Chhattisgarh battles high poverty levels as creation of state 'for tribals' does little to benefit community

Raipur: A state supposedly meant for tribals, by tribals and of tribals, created by the BJP and ruled by it since 2003, is today showing record poverty levels among the tribals who make up one-third of the state’s population. While the state’s per capita income increased by 14 percent during 2012-2017, a higher percentage of people are now below the poverty line, with most of the new additions to this group hailing from the tribal communities, even as scheme after the scheme is rolled out by the government supposedly for their benefit.

Inevitably, in the run-up to the Assembly polls due towards the end of the year, the issue of poverty and growth has become a political slugfest between the BJP and the Opposition parties led by the Congress. Nand Kashyap of the Chhattisgarh Bachao Andolan, who works in tribal areas, says that the government has marginalised the tribal population of the state leading to a rise in their poverty levels. “The income of a few people has increased due to the establishment of water, forest and land rights of tribals”, said Kashyap. “But the tribal community, on the whole, is living on the margins. In the tribal areas where we work, we've observed that at least 20 to 22 percent of the tribal population has been displaced and they're working as labourers in cities. This has resulted in their economic downfall.”

Shrichand Sundrani, MLA and BJP spokesperson, counters this by saying, "Economists should see the per capita income figures. When our government was formed in 2003, the state’s per capita income was less than Rs 10,000. Today, it is Rs 91,772. What else can better represent the scale of development than this figure?”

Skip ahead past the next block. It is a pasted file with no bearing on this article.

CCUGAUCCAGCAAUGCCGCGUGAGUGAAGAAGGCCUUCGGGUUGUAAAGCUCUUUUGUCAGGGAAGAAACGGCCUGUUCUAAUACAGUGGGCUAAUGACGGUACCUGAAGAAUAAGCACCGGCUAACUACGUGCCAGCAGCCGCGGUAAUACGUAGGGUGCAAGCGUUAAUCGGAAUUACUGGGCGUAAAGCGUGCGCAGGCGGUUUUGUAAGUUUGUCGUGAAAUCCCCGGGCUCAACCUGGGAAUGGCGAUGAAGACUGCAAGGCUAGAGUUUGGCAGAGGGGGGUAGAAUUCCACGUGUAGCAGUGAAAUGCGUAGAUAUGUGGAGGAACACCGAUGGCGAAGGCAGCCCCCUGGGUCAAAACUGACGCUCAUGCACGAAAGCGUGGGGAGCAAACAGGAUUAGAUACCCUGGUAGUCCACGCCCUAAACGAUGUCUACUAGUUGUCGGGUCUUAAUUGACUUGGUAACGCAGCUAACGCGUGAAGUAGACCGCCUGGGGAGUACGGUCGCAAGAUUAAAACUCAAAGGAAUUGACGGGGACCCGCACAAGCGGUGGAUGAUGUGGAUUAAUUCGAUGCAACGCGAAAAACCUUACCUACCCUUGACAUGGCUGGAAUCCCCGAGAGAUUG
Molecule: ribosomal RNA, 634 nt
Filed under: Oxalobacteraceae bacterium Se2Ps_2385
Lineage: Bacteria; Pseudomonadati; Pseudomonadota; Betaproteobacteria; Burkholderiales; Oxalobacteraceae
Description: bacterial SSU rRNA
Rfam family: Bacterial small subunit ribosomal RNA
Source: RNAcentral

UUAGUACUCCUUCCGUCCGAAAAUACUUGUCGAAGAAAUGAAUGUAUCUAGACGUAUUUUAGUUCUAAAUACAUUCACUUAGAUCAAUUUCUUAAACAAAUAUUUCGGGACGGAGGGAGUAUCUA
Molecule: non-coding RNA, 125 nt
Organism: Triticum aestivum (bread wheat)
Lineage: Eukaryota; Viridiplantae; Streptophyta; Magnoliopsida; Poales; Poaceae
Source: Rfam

Chhattisgarh battles high poverty levels as creation of state for tribals does little to benefit community

Raman Singh at a rally. Image: Neeraj Agarwal

Tiny share of forest produce

State Congress party president and MLA Bhupesh Baghel says, “The state government records 58.8 lakh families to be poor and provides them rice at Rs 1 per kg”. Baghel adds that with an average of four people in a family, the government itself considers 2.36 crore people out of the total population of 2.55 crore (according to Census 2011; projected to be 2.88 crore in 2017) in the state as poor. “This figure surpasses all the poverty figures," Baghel says.

Available figures on income from the forest produce that the tribals depend on in relation to the state’s total revenue levels are suggestive. Of the approximately 19,720 villages in the state, 11,185 villages are located on the outskirts of the forests which constitute the main source of income for the largely tribal people living in these villages. The state’s total income in 2016-2017 from forest produce, especially timber and the like was Rs 7,789.45 crore, out of which the revenue from forest produce procured from the tribal communities was Rs 2,000 crore, or a little over a quarter of total income from forests. But this is just 0.69 percent of the state’s gross product revenue of Rs 2.9 lakh crores. And this huge disparity in the share of revenue of the tribal’s forest produce and the distribution of that revenue reflects in their poor income levels. One important factor is that about 74 percent of the income from forests comes from timber, in which tribals have no significant contribution.